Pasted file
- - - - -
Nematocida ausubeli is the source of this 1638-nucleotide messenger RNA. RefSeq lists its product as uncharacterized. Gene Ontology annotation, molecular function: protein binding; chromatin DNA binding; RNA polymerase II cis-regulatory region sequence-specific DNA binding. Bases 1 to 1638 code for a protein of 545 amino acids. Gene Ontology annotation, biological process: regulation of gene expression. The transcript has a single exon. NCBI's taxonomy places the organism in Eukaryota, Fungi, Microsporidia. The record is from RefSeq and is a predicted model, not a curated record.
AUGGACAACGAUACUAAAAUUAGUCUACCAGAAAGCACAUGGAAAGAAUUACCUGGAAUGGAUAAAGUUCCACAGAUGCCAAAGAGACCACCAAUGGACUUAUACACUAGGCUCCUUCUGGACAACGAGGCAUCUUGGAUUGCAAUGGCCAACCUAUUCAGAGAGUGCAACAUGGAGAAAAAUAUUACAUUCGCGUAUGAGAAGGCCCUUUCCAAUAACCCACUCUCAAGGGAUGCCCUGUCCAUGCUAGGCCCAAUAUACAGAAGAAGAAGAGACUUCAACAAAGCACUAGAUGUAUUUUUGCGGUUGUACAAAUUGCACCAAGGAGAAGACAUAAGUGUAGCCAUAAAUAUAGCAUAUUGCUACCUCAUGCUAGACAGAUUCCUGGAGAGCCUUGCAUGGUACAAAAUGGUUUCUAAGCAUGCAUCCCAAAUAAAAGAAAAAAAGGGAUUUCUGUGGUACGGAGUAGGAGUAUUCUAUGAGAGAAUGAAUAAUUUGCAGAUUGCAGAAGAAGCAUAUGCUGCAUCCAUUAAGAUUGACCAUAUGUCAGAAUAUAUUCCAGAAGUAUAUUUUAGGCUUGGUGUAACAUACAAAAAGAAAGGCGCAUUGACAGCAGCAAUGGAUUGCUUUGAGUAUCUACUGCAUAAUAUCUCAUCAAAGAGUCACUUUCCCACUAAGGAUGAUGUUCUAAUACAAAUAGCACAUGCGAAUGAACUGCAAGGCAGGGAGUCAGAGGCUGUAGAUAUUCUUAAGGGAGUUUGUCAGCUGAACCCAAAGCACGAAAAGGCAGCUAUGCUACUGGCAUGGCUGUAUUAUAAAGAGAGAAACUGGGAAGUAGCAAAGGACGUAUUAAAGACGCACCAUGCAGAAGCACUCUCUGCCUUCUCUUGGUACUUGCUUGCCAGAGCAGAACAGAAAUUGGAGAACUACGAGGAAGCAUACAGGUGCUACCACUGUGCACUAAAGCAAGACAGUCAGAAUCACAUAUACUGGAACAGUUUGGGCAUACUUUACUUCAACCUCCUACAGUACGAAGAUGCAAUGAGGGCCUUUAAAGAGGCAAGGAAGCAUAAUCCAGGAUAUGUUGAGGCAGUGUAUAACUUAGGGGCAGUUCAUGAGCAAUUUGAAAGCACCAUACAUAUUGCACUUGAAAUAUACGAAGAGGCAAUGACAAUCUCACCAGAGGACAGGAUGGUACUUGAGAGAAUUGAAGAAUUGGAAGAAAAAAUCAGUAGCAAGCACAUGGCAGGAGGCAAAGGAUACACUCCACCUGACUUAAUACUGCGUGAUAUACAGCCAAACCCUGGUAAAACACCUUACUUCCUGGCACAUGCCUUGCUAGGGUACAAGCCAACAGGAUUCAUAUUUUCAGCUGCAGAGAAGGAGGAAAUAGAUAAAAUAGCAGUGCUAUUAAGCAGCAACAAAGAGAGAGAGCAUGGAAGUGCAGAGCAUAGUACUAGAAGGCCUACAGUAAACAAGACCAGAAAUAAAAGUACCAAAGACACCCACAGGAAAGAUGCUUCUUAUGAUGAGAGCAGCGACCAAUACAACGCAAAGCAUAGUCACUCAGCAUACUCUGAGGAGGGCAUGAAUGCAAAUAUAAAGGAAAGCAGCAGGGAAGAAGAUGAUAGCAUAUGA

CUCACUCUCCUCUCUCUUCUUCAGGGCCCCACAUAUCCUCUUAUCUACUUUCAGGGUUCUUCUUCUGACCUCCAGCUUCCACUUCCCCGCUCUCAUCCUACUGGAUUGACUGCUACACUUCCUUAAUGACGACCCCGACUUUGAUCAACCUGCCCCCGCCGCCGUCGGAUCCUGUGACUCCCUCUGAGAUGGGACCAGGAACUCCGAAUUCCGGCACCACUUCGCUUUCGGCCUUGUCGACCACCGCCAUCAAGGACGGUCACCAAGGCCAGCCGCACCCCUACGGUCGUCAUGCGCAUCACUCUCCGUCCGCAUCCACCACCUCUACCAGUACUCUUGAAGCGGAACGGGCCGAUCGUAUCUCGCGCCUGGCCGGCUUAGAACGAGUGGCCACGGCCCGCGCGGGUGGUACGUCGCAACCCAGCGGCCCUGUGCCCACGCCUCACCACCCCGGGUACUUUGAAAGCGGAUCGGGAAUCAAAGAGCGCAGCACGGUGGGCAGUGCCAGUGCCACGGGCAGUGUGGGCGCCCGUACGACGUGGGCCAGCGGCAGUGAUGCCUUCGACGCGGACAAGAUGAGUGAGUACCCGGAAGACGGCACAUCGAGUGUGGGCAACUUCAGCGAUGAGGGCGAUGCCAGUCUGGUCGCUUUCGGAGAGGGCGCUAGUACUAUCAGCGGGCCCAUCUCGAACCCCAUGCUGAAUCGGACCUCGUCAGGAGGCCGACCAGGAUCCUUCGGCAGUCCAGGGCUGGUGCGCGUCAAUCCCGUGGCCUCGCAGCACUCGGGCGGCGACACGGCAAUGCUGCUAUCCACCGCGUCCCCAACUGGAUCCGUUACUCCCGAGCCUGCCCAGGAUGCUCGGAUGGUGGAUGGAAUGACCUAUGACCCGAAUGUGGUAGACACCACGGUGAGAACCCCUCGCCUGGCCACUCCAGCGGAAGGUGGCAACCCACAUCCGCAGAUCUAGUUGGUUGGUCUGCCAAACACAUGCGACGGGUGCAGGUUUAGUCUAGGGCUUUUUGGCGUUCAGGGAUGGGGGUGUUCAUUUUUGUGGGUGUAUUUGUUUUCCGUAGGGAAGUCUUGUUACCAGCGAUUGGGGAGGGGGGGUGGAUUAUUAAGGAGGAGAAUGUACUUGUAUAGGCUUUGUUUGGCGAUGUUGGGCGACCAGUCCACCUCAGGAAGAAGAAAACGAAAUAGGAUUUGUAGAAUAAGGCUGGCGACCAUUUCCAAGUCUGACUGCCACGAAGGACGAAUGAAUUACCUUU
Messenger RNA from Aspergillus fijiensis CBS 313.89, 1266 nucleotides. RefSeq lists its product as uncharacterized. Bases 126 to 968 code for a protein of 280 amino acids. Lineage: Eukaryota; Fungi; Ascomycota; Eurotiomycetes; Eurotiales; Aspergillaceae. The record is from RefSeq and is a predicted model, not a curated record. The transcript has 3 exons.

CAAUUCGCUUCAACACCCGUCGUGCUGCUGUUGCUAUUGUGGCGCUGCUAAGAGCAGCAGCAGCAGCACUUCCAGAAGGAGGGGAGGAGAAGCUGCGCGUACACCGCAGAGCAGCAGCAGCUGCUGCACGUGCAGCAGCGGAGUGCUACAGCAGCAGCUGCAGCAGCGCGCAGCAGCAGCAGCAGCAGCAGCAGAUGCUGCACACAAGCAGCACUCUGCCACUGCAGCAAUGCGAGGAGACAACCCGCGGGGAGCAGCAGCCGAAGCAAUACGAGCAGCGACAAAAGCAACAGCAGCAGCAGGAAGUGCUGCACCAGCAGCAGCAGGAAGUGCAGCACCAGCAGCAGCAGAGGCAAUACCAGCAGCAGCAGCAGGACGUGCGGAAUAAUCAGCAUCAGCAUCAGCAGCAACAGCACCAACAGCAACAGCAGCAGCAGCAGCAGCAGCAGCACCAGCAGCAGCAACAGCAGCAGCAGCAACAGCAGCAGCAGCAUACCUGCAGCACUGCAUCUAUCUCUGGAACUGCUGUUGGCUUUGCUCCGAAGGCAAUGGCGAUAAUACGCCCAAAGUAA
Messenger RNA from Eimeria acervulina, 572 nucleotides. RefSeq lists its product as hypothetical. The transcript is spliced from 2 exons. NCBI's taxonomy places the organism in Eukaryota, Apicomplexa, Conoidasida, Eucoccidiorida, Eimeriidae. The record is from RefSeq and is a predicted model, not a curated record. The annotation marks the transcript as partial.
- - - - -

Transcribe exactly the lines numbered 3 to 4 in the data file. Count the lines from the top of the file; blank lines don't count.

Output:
CUCACUCUCCUCUCUCUUCUUCAGGGCCCCACAUAUCCUCUUAUCUACUUUCAGGGUUCUUCUUCUGACCUCCAGCUUCCACUUCCCCGCUCUCAUCCUACUGGAUUGACUGCUACACUUCCUUAAUGACGACCCCGACUUUGAUCAACCUGCCCCCGCCGCCGUCGGAUCCUGUGACUCCCUCUGAGAUGGGACCAGGAACUCCGAAUUCCGGCACCACUUCGCUUUCGGCCUUGUCGACCACCGCCAUCAAGGACGGUCACCAAGGCCAGCCGCACCCCUACGGUCGUCAUGCGCAUCACUCUCCGUCCGCAUCCACCACCUCUACCAGUACUCUUGAAGCGGAACGGGCCGAUCGUAUCUCGCGCCUGGCCGGCUUAGAACGAGUGGCCACGGCCCGCGCGGGUGGUACGUCGCAACCCAGCGGCCCUGUGCCCACGCCUCACCACCCCGGGUACUUUGAAAGCGGAUCGGGAAUCAAAGAGCGCAGCACGGUGGGCAGUGCCAGUGCCACGGGCAGUGUGGGCGCCCGUACGACGUGGGCCAGCGGCAGUGAUGCCUUCGACGCGGACAAGAUGAGUGAGUACCCGGAAGACGGCACAUCGAGUGUGGGCAACUUCAGCGAUGAGGGCGAUGCCAGUCUGGUCGCUUUCGGAGAGGGCGCUAGUACUAUCAGCGGGCCCAUCUCGAACCCCAUGCUGAAUCGGACCUCGUCAGGAGGCCGACCAGGAUCCUUCGGCAGUCCAGGGCUGGUGCGCGUCAAUCCCGUGGCCUCGCAGCACUCGGGCGGCGACACGGCAAUGCUGCUAUCCACCGCGUCCCCAACUGGAUCCGUUACUCCCGAGCCUGCCCAGGAUGCUCGGAUGGUGGAUGGAAUGACCUAUGACCCGAAUGUGGUAGACACCACGGUGAGAACCCCUCGCCUGGCCACUCCAGCGGAAGGUGGCAACCCACAUCCGCAGAUCUAGUUGGUUGGUCUGCCAAACACAUGCGACGGGUGCAGGUUUAGUCUAGGGCUUUUUGGCGUUCAGGGAUGGGGGUGUUCAUUUUUGUGGGUGUAUUUGUUUUCCGUAGGGAAGUCUUGUUACCAGCGAUUGGGGAGGGGGGGUGGAUUAUUAAGGAGGAGAAUGUACUUGUAUAGGCUUUGUUUGGCGAUGUUGGGCGACCAGUCCACCUCAGGAAGAAGAAAACGAAAUAGGAUUUGUAGAAUAAGGCUGGCGACCAUUUCCAAGUCUGACUGCCACGAAGGACGAAUGAAUUACCUUU
Messenger RNA from Aspergillus fijiensis CBS 313.89, 1266 nucleotides. RefSeq lists its product as uncharacterized. Bases 126 to 968 code for a protein of 280 amino acids. Lineage: Eukaryota; Fungi; Ascomycota; Eurotiomycetes; Eurotiales; Aspergillaceae. The record is from RefSeq and is a predicted model, not a curated record. The transcript has 3 exons.